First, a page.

Bears are omnivores. They love insects, plants, and you guessed it, berries. 

  • When you find a patch of berries, first check for bear scat and upturned rocks. 
  • If you see a bear, slowly back away and leave the area; don’t run. 
  • Avoid picking berries in the early mornings or late evenings when bears are more active.  
  • Make noise. A bear bell works but talking loudly or singing is just as effective. Keep up conversation with your huckleberry-loving friends and family to pass the time and keep the bears aware of your presence. 
  • Remain aware of your surroundings. Use your senses of sight, smell, and sound. 
  • Assume every bear is a hangry mama. Do not get between a bear and berries, or between a female bear and her cubs.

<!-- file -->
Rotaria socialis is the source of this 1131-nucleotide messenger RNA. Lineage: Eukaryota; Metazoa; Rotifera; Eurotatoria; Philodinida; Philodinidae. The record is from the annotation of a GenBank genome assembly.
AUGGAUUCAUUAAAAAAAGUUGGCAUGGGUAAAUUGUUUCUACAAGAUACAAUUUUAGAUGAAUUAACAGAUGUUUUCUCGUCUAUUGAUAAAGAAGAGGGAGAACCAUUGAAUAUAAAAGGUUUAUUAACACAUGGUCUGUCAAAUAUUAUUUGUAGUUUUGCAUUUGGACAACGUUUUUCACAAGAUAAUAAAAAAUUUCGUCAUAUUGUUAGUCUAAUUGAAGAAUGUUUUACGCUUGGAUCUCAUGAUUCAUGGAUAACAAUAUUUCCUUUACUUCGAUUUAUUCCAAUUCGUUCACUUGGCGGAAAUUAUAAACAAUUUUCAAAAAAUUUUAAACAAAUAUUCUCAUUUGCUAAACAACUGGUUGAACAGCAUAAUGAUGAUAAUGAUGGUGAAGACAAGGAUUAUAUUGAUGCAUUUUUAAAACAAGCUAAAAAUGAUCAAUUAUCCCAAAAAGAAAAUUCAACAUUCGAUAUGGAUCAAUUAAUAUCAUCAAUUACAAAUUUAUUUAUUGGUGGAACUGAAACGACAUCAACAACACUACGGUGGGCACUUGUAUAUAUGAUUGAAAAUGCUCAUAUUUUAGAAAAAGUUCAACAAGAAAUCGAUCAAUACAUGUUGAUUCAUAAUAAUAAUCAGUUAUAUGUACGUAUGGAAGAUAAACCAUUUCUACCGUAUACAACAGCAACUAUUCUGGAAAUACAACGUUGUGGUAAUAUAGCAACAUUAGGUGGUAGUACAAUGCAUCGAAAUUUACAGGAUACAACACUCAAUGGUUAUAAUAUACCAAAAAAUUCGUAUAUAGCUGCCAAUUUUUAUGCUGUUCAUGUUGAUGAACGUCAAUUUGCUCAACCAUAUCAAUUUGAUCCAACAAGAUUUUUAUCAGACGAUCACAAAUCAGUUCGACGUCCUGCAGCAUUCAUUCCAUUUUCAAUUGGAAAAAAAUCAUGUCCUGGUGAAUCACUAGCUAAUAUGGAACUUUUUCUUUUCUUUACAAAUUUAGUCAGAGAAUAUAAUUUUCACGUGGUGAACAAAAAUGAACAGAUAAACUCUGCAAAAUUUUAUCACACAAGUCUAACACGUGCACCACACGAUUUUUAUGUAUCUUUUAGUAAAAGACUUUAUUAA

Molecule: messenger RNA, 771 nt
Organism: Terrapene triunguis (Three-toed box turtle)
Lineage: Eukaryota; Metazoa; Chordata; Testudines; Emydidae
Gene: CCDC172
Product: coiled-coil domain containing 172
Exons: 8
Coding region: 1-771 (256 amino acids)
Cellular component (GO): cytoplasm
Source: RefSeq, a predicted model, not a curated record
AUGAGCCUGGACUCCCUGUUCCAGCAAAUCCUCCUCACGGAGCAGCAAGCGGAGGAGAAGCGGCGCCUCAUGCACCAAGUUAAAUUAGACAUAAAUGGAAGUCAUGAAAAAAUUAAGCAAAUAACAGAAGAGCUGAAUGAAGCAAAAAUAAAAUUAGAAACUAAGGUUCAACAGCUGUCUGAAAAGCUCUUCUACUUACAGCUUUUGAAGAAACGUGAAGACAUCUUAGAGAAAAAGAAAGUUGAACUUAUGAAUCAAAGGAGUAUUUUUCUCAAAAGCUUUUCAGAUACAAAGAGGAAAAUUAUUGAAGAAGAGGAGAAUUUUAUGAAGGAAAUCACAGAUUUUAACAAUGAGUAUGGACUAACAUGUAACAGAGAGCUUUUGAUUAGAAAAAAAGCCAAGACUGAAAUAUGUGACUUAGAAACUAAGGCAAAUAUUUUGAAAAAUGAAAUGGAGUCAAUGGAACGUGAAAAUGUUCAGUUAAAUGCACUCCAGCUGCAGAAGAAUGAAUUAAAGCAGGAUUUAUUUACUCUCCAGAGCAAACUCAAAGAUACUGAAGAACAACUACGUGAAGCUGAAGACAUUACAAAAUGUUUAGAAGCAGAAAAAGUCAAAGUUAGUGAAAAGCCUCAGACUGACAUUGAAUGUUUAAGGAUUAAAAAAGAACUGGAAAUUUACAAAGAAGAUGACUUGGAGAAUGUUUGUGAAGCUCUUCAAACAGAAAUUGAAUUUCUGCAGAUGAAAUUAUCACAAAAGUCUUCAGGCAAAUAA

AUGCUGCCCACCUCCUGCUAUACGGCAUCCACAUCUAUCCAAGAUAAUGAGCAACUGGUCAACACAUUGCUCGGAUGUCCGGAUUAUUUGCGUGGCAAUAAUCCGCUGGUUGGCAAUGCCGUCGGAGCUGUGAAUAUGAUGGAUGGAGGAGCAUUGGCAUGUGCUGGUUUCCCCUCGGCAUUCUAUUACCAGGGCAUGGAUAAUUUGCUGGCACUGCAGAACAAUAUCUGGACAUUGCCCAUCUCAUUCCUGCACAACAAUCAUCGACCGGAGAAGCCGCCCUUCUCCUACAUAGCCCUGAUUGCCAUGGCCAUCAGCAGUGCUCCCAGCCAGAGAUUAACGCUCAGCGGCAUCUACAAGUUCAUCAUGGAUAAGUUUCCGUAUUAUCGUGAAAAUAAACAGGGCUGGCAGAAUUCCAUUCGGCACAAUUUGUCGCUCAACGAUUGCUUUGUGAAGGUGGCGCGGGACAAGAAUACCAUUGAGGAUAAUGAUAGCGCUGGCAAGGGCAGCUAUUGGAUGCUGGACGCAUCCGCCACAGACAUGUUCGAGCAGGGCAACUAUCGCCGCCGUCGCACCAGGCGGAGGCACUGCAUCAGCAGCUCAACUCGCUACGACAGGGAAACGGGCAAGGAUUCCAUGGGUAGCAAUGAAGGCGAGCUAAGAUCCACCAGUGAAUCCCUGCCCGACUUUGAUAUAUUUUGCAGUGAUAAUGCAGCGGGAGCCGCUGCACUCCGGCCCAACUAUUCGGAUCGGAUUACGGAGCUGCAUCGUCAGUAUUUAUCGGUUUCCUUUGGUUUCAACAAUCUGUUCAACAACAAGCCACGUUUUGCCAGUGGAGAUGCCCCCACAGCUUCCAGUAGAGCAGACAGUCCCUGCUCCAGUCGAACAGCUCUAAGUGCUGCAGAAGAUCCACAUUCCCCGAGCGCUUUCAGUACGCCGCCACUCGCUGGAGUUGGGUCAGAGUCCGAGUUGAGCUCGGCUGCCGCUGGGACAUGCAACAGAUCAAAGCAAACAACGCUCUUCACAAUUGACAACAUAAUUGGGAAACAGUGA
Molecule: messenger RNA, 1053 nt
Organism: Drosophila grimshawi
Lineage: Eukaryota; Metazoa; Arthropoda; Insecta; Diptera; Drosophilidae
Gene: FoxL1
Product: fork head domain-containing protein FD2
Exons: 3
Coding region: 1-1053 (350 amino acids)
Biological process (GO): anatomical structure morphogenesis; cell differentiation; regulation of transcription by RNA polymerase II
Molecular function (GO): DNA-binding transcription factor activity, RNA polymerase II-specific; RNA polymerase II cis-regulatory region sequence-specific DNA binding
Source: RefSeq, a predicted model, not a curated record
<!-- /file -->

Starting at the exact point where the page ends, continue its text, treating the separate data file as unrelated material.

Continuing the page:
• Bring bear spray and know how to properly deploy it in case of an encounter with a charging bear. Keep spray easily accessible, but be sure kids do not play with it. Review online resources to learn how to use bear spray, including Bebearaware.org and online instructional videos from the National Park Service or Backpacker.com.  
Sampling huckleberries on the way to St. Joe Lake. Photo: Aaron Theisen
Sampling huckleberries on the way to St. Joe Lake. // Photo by Aaron Theisen

Originally published as “Bears Love Berries: Be Bear Aware” in the April 2020 print issue.